Friday, 28 September 2012

Save the Best for Last- Anise (Khaleesi)


By: Alicia S.


In early July, I picked up Anise (Khaleesi) from what she had known as a home for the previous month and brought her home with me (as my foster puppy). Her family had decided that a puppy did not fit into their schedule and they wanted her to go to a home that would appreciate the adorable and active girl she is. Khaleesi immediately made friends with her foster brother, Murphy and began pulling on my heart strings. I was told that she had been having difficulty picking up on house training, but she did not have a single accident in the house. She was great in her kennel and was a real snuggle bug. After about a week, she was trustworthy out of the kennel at night, and would sleep on her doggy bed beside my bed all night. In the morning she would wake me up with puppy kisses. I knew that I could not foster her indefinitely, as I was about to start grad school and before hand, we were doing major renovations to her house and I had a trip planned. Khaleesi had me considering dropping everything in order to adopt her. She fit into my family so well! Unfortunately, the timing just wasn’t right.

She went to another foster home for a few weeks and I could not understand why she hadn’t been adopted yet! She was after all, the sweetest and smartest little thing. Khaleesi came back to my house for a few more days before she went to her permanent foster home. I was heartbroken that she hadn’t found her family before I started school.

Cummins (Khaleesi) with her forever family.
Less than a week later, I picked up Khaleesi to take her to an adoption fair. She had recently been featured as the last of her litter in a “Save the Best For Last” Campaign through Manitoba Mutts. I knew that she would finally find her family. After a few nice families came and went with 8 week-old blonde puppies, I feared that there was little hope for my 5-month old, black beauty. Half way through the fair, a nice young man and his mother approached Khaleesi and I, and began to ask about her. Khaleesi was very smitten with both of them, but they needed to make sure they were making the right decision before taking her home. They had decided they would give it a few days, and once they were sure they would contact Manitoba Mutts. As the fair began to wrap up, Mother and Son came back, both smiling from ear to ear. They had discussed it, and could not chance Khaleesi going home with anyone else. They bought Khaleesi a new bed and everything else a puppy needs and were ready to take her home. As I handed over the leash, she happily followed her new family to their car. It was bittersweet for me when she didn’t even look back. Finally, she was home. Khaleesi, now Cummins, has a wonderful new family and I’m pretty sure she’d agree that it was well worth the wait!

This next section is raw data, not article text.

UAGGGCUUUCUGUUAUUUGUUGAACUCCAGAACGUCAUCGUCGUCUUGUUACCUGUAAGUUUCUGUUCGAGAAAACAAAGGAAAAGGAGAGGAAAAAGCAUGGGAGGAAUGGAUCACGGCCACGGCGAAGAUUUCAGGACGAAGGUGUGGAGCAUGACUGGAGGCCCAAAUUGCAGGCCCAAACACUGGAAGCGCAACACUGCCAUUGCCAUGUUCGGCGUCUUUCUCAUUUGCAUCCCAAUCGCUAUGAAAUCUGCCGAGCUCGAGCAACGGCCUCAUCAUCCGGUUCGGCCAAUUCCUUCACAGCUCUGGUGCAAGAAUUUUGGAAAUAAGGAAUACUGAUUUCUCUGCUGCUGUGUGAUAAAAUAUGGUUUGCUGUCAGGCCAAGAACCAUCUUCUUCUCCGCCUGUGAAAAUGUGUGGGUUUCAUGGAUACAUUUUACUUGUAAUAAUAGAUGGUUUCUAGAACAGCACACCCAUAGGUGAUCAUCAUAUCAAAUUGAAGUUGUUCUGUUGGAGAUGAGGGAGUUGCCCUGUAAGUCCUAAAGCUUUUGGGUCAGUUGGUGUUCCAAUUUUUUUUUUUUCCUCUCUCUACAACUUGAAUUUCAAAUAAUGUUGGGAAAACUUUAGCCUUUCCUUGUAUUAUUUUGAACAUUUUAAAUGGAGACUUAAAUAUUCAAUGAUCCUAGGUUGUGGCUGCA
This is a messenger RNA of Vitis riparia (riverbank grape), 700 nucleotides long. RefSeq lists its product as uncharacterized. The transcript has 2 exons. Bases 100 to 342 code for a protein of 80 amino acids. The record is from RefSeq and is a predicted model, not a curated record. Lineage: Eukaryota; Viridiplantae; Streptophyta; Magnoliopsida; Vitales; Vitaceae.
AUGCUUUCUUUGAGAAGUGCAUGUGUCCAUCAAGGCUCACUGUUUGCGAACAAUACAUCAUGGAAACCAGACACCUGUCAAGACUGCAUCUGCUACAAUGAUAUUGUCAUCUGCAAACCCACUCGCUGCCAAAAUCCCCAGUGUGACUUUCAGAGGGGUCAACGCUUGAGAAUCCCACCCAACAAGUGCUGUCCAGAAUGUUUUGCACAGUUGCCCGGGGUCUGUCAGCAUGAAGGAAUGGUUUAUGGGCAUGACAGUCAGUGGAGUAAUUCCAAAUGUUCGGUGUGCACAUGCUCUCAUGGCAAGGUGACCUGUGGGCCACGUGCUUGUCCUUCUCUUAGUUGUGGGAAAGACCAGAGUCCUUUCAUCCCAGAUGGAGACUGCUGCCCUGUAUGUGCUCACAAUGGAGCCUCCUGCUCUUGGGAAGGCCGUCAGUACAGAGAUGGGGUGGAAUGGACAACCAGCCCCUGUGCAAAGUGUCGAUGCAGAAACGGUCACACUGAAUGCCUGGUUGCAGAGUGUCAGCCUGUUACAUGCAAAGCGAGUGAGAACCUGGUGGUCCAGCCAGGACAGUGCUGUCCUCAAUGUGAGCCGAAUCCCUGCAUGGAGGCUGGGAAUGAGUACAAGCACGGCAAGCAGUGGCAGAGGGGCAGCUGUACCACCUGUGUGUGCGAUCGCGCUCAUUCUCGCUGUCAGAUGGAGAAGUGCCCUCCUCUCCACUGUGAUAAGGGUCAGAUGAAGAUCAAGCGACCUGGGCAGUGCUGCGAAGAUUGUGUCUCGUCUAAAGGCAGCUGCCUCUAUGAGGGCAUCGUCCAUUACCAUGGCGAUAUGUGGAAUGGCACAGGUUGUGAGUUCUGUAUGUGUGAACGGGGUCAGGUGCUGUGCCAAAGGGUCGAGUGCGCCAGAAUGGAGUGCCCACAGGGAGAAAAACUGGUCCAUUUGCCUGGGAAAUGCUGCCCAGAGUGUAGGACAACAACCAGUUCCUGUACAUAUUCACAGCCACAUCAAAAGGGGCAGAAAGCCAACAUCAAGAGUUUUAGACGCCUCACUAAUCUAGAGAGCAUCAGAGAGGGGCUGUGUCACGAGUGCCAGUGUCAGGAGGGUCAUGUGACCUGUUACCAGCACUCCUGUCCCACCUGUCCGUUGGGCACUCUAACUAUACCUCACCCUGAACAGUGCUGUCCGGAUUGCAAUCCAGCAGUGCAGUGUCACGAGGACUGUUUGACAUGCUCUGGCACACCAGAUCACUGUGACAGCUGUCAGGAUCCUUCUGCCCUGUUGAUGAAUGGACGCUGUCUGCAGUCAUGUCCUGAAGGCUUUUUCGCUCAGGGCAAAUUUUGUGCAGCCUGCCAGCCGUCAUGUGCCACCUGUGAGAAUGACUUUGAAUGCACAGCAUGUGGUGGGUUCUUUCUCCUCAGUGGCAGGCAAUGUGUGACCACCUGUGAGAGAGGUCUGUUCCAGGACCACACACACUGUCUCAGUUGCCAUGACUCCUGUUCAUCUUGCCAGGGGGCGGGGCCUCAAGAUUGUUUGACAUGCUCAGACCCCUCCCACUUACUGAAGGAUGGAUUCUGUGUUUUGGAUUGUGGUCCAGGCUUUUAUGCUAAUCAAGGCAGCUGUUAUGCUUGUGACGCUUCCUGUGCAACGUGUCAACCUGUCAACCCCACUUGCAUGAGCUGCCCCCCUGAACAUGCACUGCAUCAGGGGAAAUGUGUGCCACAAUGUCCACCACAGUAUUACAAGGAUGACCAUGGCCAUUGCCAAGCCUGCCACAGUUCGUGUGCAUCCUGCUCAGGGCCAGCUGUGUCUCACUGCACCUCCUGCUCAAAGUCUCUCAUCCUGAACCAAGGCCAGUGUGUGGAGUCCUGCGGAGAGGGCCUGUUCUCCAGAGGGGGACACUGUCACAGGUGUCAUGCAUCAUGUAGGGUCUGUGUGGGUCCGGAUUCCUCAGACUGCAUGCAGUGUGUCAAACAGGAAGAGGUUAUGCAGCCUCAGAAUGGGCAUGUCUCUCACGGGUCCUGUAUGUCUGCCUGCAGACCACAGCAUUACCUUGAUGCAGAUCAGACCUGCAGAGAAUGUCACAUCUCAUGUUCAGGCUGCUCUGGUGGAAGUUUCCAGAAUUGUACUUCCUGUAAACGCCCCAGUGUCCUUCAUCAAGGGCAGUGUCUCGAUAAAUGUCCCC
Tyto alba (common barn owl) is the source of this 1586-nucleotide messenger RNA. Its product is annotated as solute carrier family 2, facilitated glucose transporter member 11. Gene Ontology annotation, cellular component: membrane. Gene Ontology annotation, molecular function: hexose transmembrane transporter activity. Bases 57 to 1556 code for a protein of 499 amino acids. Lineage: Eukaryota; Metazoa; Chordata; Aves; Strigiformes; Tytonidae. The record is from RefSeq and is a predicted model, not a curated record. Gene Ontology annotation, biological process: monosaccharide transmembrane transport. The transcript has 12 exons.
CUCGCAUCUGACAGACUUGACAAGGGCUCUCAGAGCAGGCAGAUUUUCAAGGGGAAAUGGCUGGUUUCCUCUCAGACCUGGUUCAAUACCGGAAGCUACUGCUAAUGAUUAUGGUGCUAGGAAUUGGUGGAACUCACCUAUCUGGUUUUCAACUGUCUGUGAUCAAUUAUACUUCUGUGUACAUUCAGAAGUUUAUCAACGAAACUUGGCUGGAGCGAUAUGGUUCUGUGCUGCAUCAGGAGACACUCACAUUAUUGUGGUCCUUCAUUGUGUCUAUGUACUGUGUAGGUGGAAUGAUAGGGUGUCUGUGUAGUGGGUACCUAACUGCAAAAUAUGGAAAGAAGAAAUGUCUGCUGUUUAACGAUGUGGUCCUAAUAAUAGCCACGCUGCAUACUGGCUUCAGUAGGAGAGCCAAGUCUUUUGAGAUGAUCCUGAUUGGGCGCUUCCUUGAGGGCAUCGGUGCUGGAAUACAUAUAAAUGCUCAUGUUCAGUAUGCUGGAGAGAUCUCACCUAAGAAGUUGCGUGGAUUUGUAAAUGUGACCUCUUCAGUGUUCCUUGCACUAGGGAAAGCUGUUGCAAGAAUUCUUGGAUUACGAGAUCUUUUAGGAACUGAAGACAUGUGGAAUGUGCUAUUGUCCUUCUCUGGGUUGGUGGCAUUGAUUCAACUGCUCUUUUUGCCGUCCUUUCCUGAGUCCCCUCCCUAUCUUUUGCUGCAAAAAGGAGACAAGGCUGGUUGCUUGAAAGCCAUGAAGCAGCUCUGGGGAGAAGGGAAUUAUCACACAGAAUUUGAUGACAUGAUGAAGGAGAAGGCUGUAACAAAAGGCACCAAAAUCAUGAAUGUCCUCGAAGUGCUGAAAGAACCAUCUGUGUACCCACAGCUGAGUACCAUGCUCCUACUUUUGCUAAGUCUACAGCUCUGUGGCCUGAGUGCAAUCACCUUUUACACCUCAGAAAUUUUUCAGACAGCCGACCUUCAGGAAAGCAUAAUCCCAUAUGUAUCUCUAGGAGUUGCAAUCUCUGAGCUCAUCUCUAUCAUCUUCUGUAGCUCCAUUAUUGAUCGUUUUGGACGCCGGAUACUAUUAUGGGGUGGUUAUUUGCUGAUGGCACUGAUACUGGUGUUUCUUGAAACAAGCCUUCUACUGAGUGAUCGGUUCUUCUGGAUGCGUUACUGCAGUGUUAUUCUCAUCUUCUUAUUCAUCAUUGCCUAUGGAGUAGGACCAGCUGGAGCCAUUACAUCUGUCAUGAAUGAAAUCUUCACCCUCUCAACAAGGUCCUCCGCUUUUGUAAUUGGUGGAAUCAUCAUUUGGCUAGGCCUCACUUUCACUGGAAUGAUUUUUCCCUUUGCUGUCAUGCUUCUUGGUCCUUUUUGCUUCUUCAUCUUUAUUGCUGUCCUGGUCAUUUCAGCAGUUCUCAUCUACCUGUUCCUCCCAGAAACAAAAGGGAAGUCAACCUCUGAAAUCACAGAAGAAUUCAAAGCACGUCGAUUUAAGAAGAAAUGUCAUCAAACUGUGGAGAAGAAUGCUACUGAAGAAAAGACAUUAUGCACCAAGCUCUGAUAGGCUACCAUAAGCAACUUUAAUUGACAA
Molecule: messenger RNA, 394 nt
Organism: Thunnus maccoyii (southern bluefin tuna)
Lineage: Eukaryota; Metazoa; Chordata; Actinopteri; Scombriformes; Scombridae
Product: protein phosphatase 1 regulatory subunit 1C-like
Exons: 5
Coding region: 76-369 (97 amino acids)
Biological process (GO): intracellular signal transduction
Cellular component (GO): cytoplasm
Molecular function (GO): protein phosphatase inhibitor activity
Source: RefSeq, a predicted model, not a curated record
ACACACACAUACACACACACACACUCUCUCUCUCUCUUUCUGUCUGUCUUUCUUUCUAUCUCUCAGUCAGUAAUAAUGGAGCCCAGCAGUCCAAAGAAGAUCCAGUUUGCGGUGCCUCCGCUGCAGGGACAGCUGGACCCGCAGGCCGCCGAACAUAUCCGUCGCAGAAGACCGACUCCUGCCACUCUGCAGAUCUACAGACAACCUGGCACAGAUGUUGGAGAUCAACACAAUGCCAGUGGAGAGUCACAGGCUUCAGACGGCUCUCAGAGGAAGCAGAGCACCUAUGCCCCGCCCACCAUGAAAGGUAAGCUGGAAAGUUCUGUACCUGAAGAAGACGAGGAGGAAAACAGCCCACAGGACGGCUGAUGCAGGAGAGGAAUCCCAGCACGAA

Wednesday, 26 September 2012

Trimming Your Dog’s Nails


By: MMDR